If you’re a visual person and love maps, like myself, try getting hold of a map of your local area and looking for intriguing places. It may be a strange place name, a lake that you didn’t know existed or hidden cove that catches your eye. The next step is to go on a mission to find it.

Get a map out

People are drawn to the highest, biggest, longest. Everyone knows the highest mountains in Scotland, England and Wales but do you know the second and third highest? What I can tell you is they have a tenth the amount of people on them and are magnificent in their own right. But don’t listen to me go and discover them for yourself.

What about long distance paths? How about making up your own long-distance walk? Or linking peaks by train, or bike, or packraft? It’s often by approaching something in a different way, both physically and metaphorically, that we discover hidden gems along the way.

IT'S ABOUT THE JOURNEY

Finally, remember to keep your wits about you when trying to find hidden gems. Sometimes it’s not what’s there that is the hidden gem but a feeling we get, someone we meet or a shaft of light through a glade that creates a special moment. Remember these, keep them close, as they can’t be recreated, instead they become a precarious memory. Keeping all your senses alert will give you best the chance to experience these moments, which could be the smell of the Autumn leaves, the sight of an otter print in the mud of the river bank, the sound of the first cuckoo of the year, the apple fresh taste of wood sorrel leaves, or the feeling of cool, wet sand on the soles of your feet.

Hidden Gem.jpg

To find hidden gems, you must explore, get outside and experience. A hidden gem could be right on your doorstep, waiting to be discovered.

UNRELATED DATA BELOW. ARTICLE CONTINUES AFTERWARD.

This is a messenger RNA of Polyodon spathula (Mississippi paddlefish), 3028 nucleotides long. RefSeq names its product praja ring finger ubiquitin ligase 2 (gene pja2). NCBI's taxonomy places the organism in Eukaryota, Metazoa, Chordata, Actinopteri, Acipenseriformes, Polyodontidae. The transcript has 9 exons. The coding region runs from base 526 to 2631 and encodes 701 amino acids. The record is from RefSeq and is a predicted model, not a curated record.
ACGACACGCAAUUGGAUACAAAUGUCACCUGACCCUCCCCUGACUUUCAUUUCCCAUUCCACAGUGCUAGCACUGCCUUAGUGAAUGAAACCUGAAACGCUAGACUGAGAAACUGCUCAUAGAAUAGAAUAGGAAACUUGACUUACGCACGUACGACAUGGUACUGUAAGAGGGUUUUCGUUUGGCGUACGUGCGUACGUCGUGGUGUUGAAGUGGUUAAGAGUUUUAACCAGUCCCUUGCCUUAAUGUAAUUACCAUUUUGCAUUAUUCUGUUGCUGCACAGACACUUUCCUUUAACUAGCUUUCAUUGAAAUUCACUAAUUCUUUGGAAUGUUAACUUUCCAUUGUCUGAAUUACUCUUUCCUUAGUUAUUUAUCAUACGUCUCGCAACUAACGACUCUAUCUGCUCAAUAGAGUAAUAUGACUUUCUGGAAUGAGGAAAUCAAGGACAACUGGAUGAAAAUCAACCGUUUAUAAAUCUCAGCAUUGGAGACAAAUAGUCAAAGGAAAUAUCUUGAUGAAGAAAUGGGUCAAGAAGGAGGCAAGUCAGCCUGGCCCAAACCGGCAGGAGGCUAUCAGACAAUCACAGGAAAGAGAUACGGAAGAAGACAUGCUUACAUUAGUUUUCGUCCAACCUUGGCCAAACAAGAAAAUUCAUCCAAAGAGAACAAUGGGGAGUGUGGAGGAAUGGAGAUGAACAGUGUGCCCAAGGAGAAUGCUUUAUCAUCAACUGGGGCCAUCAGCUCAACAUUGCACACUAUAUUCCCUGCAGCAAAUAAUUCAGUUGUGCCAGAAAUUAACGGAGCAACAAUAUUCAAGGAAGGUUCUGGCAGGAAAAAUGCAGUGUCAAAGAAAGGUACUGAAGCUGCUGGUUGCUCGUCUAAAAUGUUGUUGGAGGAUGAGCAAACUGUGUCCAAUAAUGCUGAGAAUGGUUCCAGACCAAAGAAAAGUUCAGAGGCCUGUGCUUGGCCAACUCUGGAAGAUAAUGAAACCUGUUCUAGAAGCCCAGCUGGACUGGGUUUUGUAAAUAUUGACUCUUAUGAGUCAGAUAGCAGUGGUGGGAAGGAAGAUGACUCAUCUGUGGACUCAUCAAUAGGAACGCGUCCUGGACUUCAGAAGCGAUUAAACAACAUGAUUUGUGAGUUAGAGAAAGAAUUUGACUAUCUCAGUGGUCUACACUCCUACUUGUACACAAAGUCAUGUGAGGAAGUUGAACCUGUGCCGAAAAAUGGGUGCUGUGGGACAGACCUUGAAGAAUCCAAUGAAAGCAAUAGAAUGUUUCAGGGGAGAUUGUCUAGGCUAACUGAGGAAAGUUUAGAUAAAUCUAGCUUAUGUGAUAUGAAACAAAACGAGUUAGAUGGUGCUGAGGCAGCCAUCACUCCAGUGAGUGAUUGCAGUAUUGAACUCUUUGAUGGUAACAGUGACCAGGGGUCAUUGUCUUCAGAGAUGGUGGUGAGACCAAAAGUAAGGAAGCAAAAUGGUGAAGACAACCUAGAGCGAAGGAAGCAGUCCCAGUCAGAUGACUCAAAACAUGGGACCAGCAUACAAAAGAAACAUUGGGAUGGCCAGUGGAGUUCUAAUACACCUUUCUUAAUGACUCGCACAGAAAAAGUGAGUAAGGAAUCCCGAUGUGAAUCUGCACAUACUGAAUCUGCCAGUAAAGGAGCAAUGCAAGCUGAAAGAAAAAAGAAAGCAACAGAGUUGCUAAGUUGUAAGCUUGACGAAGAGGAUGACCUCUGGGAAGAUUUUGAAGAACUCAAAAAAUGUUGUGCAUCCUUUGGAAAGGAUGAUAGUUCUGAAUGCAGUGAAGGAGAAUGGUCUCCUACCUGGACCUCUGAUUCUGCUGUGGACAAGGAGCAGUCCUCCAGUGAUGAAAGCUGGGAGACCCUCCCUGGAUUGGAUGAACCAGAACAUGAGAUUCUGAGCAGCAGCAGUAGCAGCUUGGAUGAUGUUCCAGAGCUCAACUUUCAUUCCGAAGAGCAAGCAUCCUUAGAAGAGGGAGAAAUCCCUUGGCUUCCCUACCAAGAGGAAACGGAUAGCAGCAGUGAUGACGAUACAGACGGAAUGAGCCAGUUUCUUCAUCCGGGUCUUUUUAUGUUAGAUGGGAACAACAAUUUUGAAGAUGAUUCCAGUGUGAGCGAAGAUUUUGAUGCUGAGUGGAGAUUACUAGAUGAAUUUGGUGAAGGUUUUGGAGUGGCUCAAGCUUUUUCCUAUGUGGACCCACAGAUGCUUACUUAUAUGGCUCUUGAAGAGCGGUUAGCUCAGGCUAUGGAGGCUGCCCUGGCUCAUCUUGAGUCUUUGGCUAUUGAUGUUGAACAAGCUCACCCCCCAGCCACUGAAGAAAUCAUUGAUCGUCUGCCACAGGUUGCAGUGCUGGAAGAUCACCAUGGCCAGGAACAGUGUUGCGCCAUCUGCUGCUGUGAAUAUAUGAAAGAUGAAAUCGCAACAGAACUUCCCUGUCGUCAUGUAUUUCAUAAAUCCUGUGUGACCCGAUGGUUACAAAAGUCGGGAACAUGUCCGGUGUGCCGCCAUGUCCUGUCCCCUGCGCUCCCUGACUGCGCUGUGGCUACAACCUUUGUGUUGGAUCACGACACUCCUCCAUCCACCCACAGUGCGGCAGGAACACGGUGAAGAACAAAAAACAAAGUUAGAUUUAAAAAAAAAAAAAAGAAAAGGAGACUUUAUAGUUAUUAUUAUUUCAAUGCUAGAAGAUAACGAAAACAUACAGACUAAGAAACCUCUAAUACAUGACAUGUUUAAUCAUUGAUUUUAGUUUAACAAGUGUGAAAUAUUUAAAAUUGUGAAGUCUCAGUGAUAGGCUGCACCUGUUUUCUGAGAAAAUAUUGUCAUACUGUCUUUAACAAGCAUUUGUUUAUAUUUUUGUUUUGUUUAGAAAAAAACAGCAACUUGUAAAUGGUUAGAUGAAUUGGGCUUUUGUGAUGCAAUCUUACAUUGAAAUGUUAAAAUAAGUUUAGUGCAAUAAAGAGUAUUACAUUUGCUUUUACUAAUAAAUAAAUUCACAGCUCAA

REARED IN BRITAIN

 

Recently we took a trip across the boarder to meet Tim Bastard from Tregada Farm. Nestled in the beautiful North Cornwall countryside, Tregada is one of a handful of farms to supply our beef.

A second generation farmer, Tim, has worked at Tregada his entire life and it shows. After five minutes in his company you're at ease and so are his cattle. His passion for the land, animals and work is infectious.

Fori_Farm-11.jpg

Tregada Farm is home to 150 South Devon cattle, the largest native breed in the UK and according to Tim, they're possibly the most docile in the UK as well. Out to graze during the summer and housed when necessary during the harsh winter months, they live a content life. The cattle are fed a grass-based diet with locally sourced natural supplemental feeds added when necessary (also grown at Tregada).

 

PALEO SNACK OF THE YEAR - VOTE NOW!

 

When we were playing about with ideas for Fori, the Paleo diet was nothing more than an emerging health trend from the US. Adopted by the fanatical few it had very little awareness, less understanding and just a handful of products were available. Fast forward a few years and we're delighted to see that courtesy of Healthy Perspective it now has its own Paleo Awards and we've been shortlisted for the best Paleo snack.

Now, had the Paleo Awards shortlist been announced a couple of years ago we would have been smugger than Mayweather ahead of his $80M payout. However, this year the field is stacked with some awesome competition. The Paleo tide / Tsunami is rising and we're proud to be part of it!

The standard is phenomenally high across the board but the snacking category is a real pool of death! We're up against everything from the delectable Ape Snacks coconut bites and the sophisticated Wildings duck crackling to the fun and tasty Mr Yeti hand squished bars.

VOTE NOW - GO ON MAKE OUR DAY!

Strong competition we may have, but we like to think we offer something a bit special. We're the UK's first meat bar and the only product that truly offers superior sustenance, packing a whopping 20g of protein into every bar whilst the keeping sugars low and flavors high.

The overall winner will be chosen based 50:50 on the number of votes received and the opinions of an expert judging panel. Entries close on the 1st of October. Thanks for supporting our revolution!

 

What is the Paleo Diet?

 

You may have noticed our bars say; Paleo inspired. So the two obvious questions are, what does Paleo mean and why are our bars just "inspired"?